6. Miller’s Crossing (1990)
It hardly comes as a shocker to learn that Johnson, who’s quickly forged a reputation as the king of subversion not least for his unapologetic flouting of genre convention, would find two kindred spirits in the Coen Brothers. During a 2006 interview for AV Club promoting his noir-adjacent debut “Brick”, Johnson cited this mob thriller as a touchstone in devising the film’s tone and style: “It all started with the notion of doing a detective movie. I went through a period where I got really into Dashiell Hammett, which I initially found through one of my favorite films, “Miller’s Crossing”’.
Often touted as one of the finest efforts by the esteemed Minnesotan siblings, this stylish crime saga plunges into a whirlwind of betrayal, reprisal, and petty feuds between two rival gangs during the Prohibition era. Johnson would go on to explain how his 2005 Sundance-winning debut was an ode to “Miller’s Crossing”, which in turn is itself a tribute to Hammett’s book. Additionally, he would tip his hat to the Coens in the 2012 time-travel blockbuster “Looper” by shooting in the same New Orleans street featured during a climactic scene of “Miller’s Crossing”.
7. The Maltese Falcon (1941)
Long before he was chosen to direct “Breaking Bad” episodes and Disney’s biggest film property, Rian Johnson made his bones in the indie scene with his 2005 debut, which displaces the seedy underworlds of 1940s detective novels into the muddled teenage-infested ecosystem of Southern California suburbia. One of the highlights and clearest nods in “Brick” that caught the critics’ attention was Joseph Gordon-Levitt’s pitch-perfect Bogart impersonation as a wannabe private eye who becomes embroiled in a labyrinthine high school mystery.
During a Q&A session, the Maryland director described John Huston’s own directorial debut starring the legendary Golden Age actor and based on Dashiell Hammett’s 1930 novel of the same name, as a touchstone in his formative years as well as one of the most entertaining films ever made. “It made me think, ‘God, I want to try and capture some of this. I want to try to do one of these.” Johnson’s cabal of diehard fans and noir enthusiasts in general shouldn’t have any trouble whatsoever tuning into this film’s wavelength, which 82 years on still remains one of the finest detective flicks ever committed to celluloid.
8. Last Night in Soho (2021)
The latest offering by Edgar Wright—a stylish, London-set horror thriller revolving around an aspiring fashion designer—divided audiences more than arguably any other big release in recent years. However, you can count Wright’s close friend Rian Johnson among the film’s staunchest supporters, with the “Knives Out” director speaking highly of the Giallo-inspired nail-bitter: “You know what’s fun? Seeing a friend you care about make something that reflects the things they love, watching it feels like hanging out with them,” he tweeted shortly after its world premiere. “‘Soho” is really special, Edgar has achieved his final form”.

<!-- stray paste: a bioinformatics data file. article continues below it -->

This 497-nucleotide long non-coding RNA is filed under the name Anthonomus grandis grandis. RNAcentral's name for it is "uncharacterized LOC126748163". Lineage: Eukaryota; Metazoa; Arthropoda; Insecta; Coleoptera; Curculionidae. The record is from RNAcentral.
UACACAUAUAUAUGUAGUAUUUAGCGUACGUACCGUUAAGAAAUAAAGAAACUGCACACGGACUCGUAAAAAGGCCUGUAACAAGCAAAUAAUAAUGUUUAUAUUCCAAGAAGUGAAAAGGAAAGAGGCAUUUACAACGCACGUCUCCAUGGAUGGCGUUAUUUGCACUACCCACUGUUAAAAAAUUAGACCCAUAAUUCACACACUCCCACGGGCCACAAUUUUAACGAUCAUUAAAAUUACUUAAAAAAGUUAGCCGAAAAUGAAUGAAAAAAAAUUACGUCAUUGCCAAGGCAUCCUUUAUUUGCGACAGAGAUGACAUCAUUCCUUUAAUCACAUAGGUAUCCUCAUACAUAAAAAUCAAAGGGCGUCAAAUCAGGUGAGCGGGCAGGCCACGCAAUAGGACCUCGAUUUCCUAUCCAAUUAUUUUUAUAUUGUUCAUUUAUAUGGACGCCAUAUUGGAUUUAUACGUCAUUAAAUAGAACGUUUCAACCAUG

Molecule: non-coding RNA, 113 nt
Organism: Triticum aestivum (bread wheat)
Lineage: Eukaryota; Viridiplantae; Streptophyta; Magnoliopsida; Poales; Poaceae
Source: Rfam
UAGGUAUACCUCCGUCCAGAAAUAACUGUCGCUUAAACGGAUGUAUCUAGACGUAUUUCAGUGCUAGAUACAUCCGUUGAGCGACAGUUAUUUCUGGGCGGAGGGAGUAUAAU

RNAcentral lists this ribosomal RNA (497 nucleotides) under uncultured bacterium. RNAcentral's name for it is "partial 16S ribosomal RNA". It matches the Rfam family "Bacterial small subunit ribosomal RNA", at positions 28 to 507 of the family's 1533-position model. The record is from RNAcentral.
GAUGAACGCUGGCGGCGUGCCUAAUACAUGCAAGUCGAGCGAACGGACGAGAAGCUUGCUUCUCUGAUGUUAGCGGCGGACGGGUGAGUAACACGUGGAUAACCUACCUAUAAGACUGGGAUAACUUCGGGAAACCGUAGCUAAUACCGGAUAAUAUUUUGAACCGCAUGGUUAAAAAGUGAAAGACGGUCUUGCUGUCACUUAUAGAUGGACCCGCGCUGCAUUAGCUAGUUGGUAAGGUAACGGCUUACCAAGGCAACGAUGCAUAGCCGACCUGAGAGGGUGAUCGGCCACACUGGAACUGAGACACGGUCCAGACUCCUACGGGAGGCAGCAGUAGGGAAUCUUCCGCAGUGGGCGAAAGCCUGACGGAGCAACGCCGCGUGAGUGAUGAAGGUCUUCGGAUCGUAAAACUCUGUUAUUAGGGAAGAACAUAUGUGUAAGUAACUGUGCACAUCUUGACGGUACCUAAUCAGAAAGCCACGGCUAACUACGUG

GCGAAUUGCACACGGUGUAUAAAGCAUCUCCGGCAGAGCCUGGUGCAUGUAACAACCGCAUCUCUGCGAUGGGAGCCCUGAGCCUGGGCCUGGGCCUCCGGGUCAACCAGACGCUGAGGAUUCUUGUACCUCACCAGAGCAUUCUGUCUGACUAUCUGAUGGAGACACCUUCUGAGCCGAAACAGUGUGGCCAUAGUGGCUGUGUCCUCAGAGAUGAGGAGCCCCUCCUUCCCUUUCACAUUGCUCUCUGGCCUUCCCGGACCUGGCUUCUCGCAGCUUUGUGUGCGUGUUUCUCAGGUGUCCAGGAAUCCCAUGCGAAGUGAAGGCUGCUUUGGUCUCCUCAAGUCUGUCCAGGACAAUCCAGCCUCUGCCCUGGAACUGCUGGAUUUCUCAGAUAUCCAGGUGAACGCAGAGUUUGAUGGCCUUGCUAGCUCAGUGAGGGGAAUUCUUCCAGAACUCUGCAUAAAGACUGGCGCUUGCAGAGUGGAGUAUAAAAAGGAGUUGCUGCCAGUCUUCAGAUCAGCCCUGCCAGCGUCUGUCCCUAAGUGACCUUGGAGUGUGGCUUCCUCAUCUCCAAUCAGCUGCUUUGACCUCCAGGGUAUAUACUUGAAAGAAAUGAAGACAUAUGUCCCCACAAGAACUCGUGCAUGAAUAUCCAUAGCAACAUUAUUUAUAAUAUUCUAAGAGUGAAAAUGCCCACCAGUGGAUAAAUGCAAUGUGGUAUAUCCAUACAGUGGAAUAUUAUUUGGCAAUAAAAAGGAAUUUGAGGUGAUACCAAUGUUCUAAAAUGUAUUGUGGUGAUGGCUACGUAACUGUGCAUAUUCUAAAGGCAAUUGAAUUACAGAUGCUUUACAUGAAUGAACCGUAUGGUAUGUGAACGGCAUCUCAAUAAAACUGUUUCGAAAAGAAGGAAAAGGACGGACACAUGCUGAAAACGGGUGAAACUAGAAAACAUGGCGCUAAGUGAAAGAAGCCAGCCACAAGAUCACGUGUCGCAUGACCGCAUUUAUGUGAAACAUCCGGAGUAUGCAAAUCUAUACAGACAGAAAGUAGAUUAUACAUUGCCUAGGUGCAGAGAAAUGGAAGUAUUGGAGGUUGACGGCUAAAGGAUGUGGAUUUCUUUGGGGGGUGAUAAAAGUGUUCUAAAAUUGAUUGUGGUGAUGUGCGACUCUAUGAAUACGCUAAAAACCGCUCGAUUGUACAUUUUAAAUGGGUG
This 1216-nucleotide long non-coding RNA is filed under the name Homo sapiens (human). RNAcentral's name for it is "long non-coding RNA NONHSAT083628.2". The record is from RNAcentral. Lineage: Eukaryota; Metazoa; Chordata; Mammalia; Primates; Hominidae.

Johnson moderated a conversation with the “Shaun of the Dead” filmmaker, whom he shares a close friendship with, and also managed to include a subtle reference to Wright’s 2017 heist movie with Chris Evans’ character referring to Marta as Baby Driver in “Knives Out”. It’s safe to say the ‘bromance’ goes both ways, with the British comedy filmmaker referring to Johnson as “the perfect person to talk to at 8 a.m. over coffee or at 2 a.m. over some other brown liquid.”
9. The Bad Sleep Well (1960)
Bourgeoisie complacency and working-class resentment, two core underpinnings briskly conveyed in Johnson’s diptych of murder mysteries, take center stage in Akira Kurosawa’s Hamlet-inspired thriller, in which a young executive leaves no stone unturned to expose the corrupt businessmen responsible for his father’s death.
For the past century, the towering work of Japanese master Akira Kurosawa has wielded a huge influence on Western cinema, including George Lucas’ 1977 seminal space opera. Johnson told Criterion that the “Star Wars” connection was the first thing that made him track down the films of the director as a teenager, citing this underrated gem of his as one of his all-time favorites while lamenting how, up until recently, it was only available on “crappy import discs with broken English subtitles”. “It is a relief to have a beautiful transfer of a film that easily stands up to “Stray Dog” and “High and Low” as one of Kurosawa’s best contemporary crime dramas”.
10. Sleuth (1972)
One of the main pleasures of such a dialogue-driven genre as the murder mystery hinges on beguiling the viewer with an engaging mise-en-scène. Both “Knives Out” and its baroque mansion-on-the-hill setting, with all its cramped spaces and labyrinth arrangements, and “Glass Onion” with its luxurious paradisiacal island are proof that Rian Johnson understands this key element.
But the director confessed he had some initial concerns during pre-production: “When “Knives Out” was on the page, it’s just a lot of people in rooms talking; I was worried it was going to feel like a small movie, but thankfully I remember picturing “Sleuth”’. This 1972 thriller, in which mystery novelist devises an insurance scam with his wife’s lover, resembles Johnson’s whodunit in its luscious mansion setting and persuasive narrative engineering. The director not only cited Joseph L. Mankiewicz’s final film as an inspiration and one of his favorite whodunits ever, but revealed he included a few subtle nods to the film in “Knives Out” that only the savviest viewers will notice.